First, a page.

“London blew my mind at first – there were so many radical freaks here…”, Nathan Howdeshell from Gossip
Nathan Howdeshell, founder member and guitarist with Gossip since 1999, dropped by the Spotify office this week to DJ in the Soundrop room. Sat surrounded by notes scribbled with ideas for tracks, bottles of cold beer and water and a softly-humming laptop, Nathan plays a Jacques Renault remix of New York’s Midnight Magic, some Danish no-wave from Iceage, the spaced-out dub of Wisconsin’s Peaking Lights too and the Anglo-German singer-songwriter, Anika.
“There’s so much cool stuff on Spotify,” he laughs. “I do a little record label of my own and I’m finding things on here that even I’ve forgotten about…”
The Gossip formed in rural Arkansas, how did underground music reach you there?
Mostly from pen pals writing to each other. That’s how Beth and I found out about Riot Grrrl and that’s what really got us started. There were a lot of mixtapes going around and I set up a show for Calvin Johnstone’s band when I was still in high school.
Was alcohol really banned in your home town, Searcy?
Yeah – it was a shitty-ass town! You’d have to drive 30 or 40 minutes just to buy a bunch of wine. As you can imagine, London blew my mind when I first came here – there were so many radical freaks. Nowadays most of my friends are scattered throughout the world, but the British were the first people to accept The Gossip, so it does always feel a bit special here, especially for Beth. We felt like those free jazz cats going to Paris in the 60s. England always had their hands out, ready to accept us.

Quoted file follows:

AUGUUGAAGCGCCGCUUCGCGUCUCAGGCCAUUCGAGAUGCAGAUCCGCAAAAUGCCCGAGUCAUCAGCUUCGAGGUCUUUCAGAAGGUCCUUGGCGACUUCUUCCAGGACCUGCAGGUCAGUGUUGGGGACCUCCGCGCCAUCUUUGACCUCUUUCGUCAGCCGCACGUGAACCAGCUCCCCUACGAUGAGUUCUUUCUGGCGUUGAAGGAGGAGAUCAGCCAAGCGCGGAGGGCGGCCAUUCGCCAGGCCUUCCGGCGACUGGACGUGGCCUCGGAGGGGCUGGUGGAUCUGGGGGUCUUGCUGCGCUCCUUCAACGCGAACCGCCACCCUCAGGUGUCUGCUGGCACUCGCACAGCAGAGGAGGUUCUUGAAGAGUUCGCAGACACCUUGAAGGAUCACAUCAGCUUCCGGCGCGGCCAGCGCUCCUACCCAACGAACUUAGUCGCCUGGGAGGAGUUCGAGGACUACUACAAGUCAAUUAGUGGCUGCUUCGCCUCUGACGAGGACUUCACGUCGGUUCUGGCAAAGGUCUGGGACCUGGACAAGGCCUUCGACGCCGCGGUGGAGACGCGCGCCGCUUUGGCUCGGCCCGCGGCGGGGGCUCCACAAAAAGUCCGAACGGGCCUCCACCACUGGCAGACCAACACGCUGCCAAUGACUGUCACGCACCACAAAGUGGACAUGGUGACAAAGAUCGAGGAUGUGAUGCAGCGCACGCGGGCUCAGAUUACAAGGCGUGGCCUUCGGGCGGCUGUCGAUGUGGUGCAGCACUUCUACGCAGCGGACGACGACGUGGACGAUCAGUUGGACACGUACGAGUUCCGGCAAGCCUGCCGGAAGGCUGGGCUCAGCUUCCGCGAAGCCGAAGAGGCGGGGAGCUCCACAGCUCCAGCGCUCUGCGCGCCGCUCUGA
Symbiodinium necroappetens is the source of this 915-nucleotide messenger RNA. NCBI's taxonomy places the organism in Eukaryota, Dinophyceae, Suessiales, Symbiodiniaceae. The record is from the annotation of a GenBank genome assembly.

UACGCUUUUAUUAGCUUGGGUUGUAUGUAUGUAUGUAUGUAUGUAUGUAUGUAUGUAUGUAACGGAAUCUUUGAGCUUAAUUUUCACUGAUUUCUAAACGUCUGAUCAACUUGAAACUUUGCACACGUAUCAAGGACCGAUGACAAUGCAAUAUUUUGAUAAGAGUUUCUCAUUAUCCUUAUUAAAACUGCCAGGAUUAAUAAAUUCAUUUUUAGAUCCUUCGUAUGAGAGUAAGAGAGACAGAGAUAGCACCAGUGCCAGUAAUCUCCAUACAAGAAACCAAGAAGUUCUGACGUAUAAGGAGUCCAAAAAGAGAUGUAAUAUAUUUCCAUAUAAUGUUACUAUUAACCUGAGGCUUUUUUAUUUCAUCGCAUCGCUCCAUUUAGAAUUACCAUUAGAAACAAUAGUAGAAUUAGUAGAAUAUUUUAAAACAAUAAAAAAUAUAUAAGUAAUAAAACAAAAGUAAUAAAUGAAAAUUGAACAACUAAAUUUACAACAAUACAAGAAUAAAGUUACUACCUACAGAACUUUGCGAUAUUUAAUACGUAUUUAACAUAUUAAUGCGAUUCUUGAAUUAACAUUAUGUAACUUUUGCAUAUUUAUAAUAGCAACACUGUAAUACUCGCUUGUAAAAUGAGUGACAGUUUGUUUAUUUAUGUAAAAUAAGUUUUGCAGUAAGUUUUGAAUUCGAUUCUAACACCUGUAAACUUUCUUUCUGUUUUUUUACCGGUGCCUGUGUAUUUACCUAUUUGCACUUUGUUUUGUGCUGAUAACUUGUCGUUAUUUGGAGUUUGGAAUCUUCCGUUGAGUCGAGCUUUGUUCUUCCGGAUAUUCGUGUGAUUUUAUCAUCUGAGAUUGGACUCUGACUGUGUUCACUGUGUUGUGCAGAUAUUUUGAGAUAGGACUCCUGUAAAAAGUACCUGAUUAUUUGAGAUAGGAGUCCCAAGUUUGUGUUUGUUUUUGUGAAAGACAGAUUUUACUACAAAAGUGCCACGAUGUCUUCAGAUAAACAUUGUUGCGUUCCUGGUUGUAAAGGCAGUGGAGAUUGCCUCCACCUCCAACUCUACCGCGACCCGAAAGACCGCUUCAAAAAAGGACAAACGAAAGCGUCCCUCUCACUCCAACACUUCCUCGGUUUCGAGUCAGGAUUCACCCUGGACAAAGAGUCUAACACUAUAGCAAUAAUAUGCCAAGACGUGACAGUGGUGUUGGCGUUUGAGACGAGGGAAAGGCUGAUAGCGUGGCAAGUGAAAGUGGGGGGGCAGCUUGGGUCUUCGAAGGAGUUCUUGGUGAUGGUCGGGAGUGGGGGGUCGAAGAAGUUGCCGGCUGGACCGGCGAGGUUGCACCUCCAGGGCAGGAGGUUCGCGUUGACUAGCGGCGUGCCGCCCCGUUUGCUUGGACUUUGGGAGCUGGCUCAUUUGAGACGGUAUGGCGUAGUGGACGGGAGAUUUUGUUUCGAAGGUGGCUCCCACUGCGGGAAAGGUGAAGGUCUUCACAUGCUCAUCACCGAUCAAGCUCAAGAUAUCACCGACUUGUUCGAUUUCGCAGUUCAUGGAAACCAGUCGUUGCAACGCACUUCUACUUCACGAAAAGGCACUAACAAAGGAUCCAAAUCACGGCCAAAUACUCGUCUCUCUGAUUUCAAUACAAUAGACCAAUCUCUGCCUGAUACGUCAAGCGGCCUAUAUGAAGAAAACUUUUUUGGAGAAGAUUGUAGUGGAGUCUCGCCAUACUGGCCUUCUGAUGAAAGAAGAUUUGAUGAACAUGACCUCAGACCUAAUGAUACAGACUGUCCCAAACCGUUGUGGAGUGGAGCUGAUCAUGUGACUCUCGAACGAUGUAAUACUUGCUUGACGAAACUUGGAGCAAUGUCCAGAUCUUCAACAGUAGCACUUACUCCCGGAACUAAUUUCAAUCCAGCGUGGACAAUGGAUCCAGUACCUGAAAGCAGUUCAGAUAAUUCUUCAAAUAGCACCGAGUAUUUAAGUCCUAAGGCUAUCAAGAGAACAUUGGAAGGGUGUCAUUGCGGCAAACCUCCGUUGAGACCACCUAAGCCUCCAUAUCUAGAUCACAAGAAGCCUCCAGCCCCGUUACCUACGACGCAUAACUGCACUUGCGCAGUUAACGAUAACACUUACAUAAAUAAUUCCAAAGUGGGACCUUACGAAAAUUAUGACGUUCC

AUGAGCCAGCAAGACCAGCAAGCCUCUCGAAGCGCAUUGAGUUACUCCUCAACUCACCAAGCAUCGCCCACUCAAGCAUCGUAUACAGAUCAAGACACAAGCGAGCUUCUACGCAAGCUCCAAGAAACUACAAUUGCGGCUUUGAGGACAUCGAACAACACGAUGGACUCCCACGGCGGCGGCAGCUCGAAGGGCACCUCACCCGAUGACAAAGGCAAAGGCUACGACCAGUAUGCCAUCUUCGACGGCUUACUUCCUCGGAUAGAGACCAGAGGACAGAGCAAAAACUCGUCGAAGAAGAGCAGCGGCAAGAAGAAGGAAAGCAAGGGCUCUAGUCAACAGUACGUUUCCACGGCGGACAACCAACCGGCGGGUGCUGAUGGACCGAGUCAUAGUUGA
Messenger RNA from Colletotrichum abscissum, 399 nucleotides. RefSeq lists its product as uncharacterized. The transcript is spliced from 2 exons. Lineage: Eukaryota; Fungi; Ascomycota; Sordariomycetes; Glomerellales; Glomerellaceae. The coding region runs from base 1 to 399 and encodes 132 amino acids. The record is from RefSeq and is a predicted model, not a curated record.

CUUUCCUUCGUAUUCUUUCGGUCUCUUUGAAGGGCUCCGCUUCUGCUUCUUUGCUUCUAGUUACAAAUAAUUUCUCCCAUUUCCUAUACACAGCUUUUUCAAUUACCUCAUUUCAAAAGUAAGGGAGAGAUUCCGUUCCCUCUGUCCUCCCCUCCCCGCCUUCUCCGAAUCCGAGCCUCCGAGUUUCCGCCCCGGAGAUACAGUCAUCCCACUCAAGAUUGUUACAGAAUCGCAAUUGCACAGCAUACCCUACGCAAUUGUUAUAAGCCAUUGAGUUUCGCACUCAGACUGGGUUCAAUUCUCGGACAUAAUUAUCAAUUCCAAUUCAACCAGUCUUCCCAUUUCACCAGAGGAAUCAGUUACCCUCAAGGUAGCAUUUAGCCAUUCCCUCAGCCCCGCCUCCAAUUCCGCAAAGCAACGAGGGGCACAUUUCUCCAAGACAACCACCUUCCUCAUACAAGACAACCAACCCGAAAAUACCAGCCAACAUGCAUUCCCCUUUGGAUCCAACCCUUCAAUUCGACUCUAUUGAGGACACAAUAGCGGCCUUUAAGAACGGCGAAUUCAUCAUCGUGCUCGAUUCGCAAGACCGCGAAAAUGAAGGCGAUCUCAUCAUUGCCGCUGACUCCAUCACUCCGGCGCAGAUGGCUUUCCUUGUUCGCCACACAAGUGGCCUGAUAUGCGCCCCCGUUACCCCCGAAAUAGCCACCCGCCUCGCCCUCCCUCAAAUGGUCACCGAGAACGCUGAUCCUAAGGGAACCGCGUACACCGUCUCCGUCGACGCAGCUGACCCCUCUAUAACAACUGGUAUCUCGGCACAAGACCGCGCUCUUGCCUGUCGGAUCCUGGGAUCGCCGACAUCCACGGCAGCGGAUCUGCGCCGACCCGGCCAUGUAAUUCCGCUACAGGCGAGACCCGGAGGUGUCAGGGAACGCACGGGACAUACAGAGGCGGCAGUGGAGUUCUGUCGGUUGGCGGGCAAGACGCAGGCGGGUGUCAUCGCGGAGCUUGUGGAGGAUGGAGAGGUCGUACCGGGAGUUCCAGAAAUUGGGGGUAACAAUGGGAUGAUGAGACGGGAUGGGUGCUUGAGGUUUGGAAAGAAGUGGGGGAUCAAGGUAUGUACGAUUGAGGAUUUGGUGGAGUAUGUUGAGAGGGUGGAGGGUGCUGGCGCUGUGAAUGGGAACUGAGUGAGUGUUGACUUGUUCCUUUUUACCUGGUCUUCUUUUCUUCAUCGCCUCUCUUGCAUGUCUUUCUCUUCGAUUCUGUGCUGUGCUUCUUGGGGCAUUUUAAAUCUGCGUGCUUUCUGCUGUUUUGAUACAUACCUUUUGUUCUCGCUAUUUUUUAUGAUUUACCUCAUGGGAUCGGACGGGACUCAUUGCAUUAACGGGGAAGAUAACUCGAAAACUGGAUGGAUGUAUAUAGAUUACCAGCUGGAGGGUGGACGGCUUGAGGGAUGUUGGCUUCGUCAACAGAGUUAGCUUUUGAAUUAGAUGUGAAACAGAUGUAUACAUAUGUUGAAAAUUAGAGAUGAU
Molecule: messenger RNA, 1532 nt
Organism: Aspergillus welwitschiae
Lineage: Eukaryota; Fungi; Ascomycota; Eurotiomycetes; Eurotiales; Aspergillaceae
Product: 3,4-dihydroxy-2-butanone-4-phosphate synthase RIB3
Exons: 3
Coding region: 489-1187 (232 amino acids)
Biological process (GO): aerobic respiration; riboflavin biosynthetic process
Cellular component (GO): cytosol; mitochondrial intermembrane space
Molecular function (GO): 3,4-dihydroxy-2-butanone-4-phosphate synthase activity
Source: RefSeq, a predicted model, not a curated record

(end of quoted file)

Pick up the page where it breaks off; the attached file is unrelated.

You clearly enjoy DJing…
Oh I really do. I play a lot of records at parties – but I’m a selector. I play at a honkytonk dive bar near me and it’s all old country records. Doc Boggs, Skip James, Johnny Cash – I want people to dance and have fun. My dad’s a hillbilly who only listens to country music and I find myself loving it more and more. At home on the farm I fix fences and take care of cattle and country is the soundtrack to my life.
What five records made you the person you are?
The No New York compilation of late 70s downtown NYC bands is way beyond punk, it’s so cool. Suicide’s first album is amazing – they called themselves punk in 1972, before anyone had ever used the phrase to describe a sound. The first Stooges album is an incredible record as is Charles Mingus’ Black Saint and the Sinner Lady. And, of course, the first Ronettes LP.
Does anything link all of them?
Minimalism. I like primitive sounding music and they’re all very primitive! I like the spirit of rebellion that you can hear in them.
What’s the greatest record ever made?
Well, everything came from blues, so it must be a blues record. That’s a hard question. That first Suicide album I mentioned already is one of my favourite records ever, it still sounds futuristic, that’s pretty amazing. But then, Jackie Brenston’s song Rocket ’88’ was probably the first rock and roll record back in 1951, so that’s kind of important too!